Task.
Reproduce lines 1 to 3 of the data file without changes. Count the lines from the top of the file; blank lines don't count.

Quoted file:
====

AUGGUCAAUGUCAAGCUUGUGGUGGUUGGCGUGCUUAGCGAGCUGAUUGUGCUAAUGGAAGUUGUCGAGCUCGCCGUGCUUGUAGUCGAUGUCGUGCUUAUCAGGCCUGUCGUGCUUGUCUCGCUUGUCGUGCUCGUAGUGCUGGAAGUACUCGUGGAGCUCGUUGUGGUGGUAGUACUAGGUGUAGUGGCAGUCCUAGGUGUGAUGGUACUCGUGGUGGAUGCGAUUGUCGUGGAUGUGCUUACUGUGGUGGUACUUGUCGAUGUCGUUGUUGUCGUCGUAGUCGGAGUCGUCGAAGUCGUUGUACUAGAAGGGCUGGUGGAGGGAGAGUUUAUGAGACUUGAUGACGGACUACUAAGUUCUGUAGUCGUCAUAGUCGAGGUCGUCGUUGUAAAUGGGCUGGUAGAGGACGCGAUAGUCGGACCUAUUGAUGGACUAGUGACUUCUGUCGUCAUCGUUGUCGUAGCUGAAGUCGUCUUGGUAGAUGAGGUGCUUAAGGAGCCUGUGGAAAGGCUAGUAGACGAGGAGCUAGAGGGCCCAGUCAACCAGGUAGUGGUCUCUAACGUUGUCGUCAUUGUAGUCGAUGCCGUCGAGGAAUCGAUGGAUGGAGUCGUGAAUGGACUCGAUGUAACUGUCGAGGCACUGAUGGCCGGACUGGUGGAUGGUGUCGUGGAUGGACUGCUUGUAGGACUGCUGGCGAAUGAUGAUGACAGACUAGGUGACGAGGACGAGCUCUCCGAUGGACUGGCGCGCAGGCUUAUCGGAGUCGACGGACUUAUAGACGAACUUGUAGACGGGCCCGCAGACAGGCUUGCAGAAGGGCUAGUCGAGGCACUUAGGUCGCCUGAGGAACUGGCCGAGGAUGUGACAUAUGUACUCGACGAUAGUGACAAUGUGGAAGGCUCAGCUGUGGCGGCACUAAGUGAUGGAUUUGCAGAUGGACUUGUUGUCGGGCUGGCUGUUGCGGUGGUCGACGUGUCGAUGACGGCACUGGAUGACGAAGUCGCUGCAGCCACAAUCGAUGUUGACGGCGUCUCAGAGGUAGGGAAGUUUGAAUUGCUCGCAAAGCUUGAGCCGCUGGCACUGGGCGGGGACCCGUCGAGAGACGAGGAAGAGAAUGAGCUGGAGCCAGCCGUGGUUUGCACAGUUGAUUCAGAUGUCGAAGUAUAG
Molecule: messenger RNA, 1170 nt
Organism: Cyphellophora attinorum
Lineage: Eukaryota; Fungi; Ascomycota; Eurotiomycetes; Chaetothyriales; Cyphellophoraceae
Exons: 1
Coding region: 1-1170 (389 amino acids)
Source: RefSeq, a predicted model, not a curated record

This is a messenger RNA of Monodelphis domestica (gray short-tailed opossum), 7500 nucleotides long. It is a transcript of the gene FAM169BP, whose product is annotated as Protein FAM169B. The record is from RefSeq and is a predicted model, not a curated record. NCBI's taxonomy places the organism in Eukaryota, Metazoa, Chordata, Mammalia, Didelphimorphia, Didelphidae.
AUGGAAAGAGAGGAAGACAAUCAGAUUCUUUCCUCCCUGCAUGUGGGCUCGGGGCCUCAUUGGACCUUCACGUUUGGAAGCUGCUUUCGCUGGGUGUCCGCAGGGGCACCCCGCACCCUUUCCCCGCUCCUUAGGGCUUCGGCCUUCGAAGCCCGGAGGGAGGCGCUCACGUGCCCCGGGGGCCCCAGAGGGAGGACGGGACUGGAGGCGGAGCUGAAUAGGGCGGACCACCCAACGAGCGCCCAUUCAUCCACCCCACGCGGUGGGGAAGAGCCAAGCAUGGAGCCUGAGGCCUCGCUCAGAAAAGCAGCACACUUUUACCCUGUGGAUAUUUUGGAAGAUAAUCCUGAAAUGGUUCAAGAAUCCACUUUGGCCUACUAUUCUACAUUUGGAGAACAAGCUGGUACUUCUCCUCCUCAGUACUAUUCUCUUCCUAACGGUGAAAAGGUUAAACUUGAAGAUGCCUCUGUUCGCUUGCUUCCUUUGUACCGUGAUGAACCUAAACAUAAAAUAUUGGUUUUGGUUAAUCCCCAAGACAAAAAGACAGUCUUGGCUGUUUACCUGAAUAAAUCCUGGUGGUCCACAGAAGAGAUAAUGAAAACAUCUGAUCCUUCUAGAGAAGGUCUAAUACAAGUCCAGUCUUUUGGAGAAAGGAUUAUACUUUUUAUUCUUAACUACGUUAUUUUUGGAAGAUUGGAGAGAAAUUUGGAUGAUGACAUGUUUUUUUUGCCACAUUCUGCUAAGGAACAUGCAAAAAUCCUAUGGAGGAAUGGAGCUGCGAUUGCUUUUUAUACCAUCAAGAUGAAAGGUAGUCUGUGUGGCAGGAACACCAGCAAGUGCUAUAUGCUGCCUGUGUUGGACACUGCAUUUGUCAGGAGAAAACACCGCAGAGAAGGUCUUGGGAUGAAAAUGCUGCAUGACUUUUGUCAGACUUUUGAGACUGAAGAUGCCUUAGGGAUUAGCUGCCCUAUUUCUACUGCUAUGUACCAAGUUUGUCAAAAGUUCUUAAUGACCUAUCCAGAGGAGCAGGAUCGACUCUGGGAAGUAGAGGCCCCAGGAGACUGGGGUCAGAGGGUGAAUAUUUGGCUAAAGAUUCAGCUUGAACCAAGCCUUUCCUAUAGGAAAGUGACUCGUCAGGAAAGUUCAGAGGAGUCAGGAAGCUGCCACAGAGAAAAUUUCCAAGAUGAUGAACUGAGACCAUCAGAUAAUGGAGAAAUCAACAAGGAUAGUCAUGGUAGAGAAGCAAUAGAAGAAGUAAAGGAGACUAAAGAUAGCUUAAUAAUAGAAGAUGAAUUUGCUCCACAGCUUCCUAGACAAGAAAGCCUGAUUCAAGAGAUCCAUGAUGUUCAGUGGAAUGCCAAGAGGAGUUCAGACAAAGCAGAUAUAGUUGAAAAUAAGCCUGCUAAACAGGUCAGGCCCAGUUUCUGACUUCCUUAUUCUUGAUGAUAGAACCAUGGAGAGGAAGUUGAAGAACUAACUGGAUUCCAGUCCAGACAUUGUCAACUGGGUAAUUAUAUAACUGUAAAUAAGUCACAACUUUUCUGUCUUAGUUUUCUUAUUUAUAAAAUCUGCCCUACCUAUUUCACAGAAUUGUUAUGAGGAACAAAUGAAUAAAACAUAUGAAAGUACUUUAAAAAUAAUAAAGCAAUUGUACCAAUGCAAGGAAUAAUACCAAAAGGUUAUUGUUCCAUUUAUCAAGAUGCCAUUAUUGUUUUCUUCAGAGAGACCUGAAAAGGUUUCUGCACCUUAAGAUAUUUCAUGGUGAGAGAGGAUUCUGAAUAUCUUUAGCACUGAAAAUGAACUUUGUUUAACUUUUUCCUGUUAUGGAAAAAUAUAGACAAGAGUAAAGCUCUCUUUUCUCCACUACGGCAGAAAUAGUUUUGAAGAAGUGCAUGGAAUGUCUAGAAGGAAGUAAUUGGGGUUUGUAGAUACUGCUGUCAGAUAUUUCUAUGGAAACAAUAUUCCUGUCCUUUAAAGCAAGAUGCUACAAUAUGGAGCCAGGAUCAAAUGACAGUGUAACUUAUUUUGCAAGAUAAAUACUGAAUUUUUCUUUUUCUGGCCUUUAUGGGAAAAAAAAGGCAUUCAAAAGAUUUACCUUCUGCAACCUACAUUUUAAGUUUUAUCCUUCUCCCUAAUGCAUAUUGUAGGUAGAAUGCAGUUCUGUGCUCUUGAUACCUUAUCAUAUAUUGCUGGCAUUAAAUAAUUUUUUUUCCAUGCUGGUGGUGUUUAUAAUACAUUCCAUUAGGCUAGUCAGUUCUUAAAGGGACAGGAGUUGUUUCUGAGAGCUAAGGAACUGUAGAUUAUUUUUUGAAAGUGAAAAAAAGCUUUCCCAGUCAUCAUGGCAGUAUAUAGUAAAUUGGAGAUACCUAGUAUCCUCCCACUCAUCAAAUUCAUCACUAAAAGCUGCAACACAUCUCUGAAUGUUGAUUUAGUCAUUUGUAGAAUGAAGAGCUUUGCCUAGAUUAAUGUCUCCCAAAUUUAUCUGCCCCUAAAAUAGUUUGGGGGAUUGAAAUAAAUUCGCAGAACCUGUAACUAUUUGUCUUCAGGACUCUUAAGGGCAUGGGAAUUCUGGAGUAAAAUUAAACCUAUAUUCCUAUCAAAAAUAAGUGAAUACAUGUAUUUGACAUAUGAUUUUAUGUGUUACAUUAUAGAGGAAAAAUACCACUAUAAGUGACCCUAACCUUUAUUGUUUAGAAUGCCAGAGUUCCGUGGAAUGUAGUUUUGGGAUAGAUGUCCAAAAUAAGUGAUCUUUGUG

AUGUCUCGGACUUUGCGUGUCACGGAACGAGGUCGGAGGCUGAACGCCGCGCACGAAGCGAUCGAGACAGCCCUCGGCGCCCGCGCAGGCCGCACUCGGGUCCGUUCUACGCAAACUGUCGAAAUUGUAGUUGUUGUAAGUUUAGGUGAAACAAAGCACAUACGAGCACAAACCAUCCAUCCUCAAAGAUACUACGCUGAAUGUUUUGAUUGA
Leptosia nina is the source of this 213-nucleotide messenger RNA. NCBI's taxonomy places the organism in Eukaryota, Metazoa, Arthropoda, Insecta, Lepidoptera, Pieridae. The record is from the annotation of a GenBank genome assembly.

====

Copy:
AUGGUCAAUGUCAAGCUUGUGGUGGUUGGCGUGCUUAGCGAGCUGAUUGUGCUAAUGGAAGUUGUCGAGCUCGCCGUGCUUGUAGUCGAUGUCGUGCUUAUCAGGCCUGUCGUGCUUGUCUCGCUUGUCGUGCUCGUAGUGCUGGAAGUACUCGUGGAGCUCGUUGUGGUGGUAGUACUAGGUGUAGUGGCAGUCCUAGGUGUGAUGGUACUCGUGGUGGAUGCGAUUGUCGUGGAUGUGCUUACUGUGGUGGUACUUGUCGAUGUCGUUGUUGUCGUCGUAGUCGGAGUCGUCGAAGUCGUUGUACUAGAAGGGCUGGUGGAGGGAGAGUUUAUGAGACUUGAUGACGGACUACUAAGUUCUGUAGUCGUCAUAGUCGAGGUCGUCGUUGUAAAUGGGCUGGUAGAGGACGCGAUAGUCGGACCUAUUGAUGGACUAGUGACUUCUGUCGUCAUCGUUGUCGUAGCUGAAGUCGUCUUGGUAGAUGAGGUGCUUAAGGAGCCUGUGGAAAGGCUAGUAGACGAGGAGCUAGAGGGCCCAGUCAACCAGGUAGUGGUCUCUAACGUUGUCGUCAUUGUAGUCGAUGCCGUCGAGGAAUCGAUGGAUGGAGUCGUGAAUGGACUCGAUGUAACUGUCGAGGCACUGAUGGCCGGACUGGUGGAUGGUGUCGUGGAUGGACUGCUUGUAGGACUGCUGGCGAAUGAUGAUGACAGACUAGGUGACGAGGACGAGCUCUCCGAUGGACUGGCGCGCAGGCUUAUCGGAGUCGACGGACUUAUAGACGAACUUGUAGACGGGCCCGCAGACAGGCUUGCAGAAGGGCUAGUCGAGGCACUUAGGUCGCCUGAGGAACUGGCCGAGGAUGUGACAUAUGUACUCGACGAUAGUGACAAUGUGGAAGGCUCAGCUGUGGCGGCACUAAGUGAUGGAUUUGCAGAUGGACUUGUUGUCGGGCUGGCUGUUGCGGUGGUCGACGUGUCGAUGACGGCACUGGAUGACGAAGUCGCUGCAGCCACAAUCGAUGUUGACGGCGUCUCAGAGGUAGGGAAGUUUGAAUUGCUCGCAAAGCUUGAGCCGCUGGCACUGGGCGGGGACCCGUCGAGAGACGAGGAAGAGAAUGAGCUGGAGCCAGCCGUGGUUUGCACAGUUGAUUCAGAUGUCGAAGUAUAG
Molecule: messenger RNA, 1170 nt
Organism: Cyphellophora attinorum